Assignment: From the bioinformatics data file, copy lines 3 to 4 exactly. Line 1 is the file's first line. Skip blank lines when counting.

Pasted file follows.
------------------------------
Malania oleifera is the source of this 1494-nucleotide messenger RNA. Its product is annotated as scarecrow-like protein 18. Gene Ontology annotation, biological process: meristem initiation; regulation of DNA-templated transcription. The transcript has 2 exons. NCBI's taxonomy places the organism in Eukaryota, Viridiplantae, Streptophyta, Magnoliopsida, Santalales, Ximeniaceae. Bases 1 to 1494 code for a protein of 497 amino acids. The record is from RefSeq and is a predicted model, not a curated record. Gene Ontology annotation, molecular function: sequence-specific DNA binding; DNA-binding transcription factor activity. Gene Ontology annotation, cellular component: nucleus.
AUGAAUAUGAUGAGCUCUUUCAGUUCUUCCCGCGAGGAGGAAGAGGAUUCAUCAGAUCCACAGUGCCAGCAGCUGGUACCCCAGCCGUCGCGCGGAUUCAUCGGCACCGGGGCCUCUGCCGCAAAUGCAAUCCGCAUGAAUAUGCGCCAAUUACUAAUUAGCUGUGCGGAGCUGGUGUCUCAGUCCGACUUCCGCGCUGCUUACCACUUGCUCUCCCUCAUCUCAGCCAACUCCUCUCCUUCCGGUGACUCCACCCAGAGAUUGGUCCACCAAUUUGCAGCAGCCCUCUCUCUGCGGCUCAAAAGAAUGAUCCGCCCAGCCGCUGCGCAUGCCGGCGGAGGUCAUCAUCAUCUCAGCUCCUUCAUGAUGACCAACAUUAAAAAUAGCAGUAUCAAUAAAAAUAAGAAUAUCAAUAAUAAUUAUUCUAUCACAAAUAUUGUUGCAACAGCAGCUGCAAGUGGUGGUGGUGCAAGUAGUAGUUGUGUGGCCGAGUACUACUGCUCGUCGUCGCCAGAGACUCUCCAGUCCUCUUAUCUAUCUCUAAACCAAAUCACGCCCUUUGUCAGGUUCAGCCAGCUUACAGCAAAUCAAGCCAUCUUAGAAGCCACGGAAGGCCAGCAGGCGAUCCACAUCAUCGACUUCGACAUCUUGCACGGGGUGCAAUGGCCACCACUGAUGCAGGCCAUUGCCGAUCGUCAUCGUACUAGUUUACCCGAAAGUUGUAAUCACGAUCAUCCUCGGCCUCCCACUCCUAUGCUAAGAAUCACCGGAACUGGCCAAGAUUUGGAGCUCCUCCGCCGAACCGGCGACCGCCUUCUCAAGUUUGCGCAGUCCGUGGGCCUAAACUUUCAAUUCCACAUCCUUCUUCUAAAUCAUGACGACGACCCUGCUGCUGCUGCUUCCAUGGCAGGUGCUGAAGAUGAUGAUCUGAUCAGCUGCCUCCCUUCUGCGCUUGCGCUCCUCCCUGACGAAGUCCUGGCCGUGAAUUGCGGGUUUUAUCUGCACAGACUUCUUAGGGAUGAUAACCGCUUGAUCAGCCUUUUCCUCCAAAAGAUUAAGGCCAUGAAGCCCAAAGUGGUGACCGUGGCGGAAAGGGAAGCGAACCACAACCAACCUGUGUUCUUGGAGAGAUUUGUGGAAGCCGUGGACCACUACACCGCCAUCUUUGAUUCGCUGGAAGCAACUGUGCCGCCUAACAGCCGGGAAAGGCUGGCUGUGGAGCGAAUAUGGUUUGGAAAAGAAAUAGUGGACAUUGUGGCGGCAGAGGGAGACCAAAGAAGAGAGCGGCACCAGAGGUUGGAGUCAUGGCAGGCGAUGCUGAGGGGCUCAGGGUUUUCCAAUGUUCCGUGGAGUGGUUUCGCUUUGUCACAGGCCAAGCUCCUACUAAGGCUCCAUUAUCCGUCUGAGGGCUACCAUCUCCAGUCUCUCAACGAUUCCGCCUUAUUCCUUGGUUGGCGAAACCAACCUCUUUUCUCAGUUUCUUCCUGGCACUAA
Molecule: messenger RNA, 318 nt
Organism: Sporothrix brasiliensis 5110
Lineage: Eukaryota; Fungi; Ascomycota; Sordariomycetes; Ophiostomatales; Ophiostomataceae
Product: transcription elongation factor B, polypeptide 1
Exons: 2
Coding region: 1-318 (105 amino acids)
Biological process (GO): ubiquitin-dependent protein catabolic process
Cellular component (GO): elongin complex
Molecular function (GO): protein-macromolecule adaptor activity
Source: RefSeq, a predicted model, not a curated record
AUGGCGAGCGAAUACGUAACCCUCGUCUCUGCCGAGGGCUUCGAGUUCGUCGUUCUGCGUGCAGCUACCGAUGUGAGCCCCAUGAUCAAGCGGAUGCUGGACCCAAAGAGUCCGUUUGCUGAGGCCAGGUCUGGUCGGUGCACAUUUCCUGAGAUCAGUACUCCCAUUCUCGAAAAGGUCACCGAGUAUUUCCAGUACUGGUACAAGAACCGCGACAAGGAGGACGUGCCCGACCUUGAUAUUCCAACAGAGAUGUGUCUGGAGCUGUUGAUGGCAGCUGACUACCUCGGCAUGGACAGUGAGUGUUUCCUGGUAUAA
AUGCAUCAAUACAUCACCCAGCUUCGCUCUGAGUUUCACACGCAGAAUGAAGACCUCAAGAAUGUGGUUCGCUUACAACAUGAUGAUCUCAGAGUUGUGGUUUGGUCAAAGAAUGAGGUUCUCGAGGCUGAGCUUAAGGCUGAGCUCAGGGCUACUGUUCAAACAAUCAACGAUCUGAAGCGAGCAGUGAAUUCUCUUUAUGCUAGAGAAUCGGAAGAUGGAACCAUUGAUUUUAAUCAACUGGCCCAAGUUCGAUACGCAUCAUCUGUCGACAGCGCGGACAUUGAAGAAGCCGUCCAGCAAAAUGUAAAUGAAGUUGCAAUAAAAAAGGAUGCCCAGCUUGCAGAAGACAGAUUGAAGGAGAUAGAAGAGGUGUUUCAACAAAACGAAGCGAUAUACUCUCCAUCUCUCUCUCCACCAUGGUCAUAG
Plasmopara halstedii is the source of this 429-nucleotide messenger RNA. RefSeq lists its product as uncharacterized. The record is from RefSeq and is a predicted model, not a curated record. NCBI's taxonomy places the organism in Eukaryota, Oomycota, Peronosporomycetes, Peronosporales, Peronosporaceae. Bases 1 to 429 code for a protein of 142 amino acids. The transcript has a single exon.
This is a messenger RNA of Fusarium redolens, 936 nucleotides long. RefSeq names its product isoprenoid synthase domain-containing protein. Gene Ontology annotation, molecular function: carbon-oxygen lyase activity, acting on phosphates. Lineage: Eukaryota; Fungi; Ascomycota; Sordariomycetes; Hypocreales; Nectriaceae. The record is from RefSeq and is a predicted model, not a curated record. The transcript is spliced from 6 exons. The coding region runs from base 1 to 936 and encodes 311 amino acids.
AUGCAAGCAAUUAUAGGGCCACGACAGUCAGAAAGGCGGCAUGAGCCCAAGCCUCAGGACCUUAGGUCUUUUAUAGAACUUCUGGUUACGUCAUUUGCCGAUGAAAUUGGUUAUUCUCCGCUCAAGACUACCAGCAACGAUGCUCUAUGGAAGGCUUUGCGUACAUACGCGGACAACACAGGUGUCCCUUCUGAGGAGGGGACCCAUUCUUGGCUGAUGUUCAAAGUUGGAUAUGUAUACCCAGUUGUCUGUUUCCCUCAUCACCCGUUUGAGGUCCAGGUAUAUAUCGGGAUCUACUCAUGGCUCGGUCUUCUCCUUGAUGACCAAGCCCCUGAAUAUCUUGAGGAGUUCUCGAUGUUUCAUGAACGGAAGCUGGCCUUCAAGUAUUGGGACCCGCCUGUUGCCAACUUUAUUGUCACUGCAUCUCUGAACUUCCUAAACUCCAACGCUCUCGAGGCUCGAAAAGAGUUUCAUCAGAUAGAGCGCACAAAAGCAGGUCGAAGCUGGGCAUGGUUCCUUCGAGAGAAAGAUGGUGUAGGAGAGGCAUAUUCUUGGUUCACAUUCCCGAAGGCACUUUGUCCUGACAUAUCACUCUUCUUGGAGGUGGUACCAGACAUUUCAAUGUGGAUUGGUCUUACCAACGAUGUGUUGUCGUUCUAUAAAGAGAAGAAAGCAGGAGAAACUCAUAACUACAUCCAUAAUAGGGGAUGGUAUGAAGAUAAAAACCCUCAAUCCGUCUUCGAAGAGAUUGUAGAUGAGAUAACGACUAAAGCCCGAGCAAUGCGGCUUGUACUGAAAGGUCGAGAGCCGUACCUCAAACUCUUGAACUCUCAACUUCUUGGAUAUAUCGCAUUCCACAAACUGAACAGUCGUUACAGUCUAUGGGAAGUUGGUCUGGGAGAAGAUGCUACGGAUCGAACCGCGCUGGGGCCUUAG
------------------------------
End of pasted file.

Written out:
Molecule: messenger RNA, 318 nt
Organism: Sporothrix brasiliensis 5110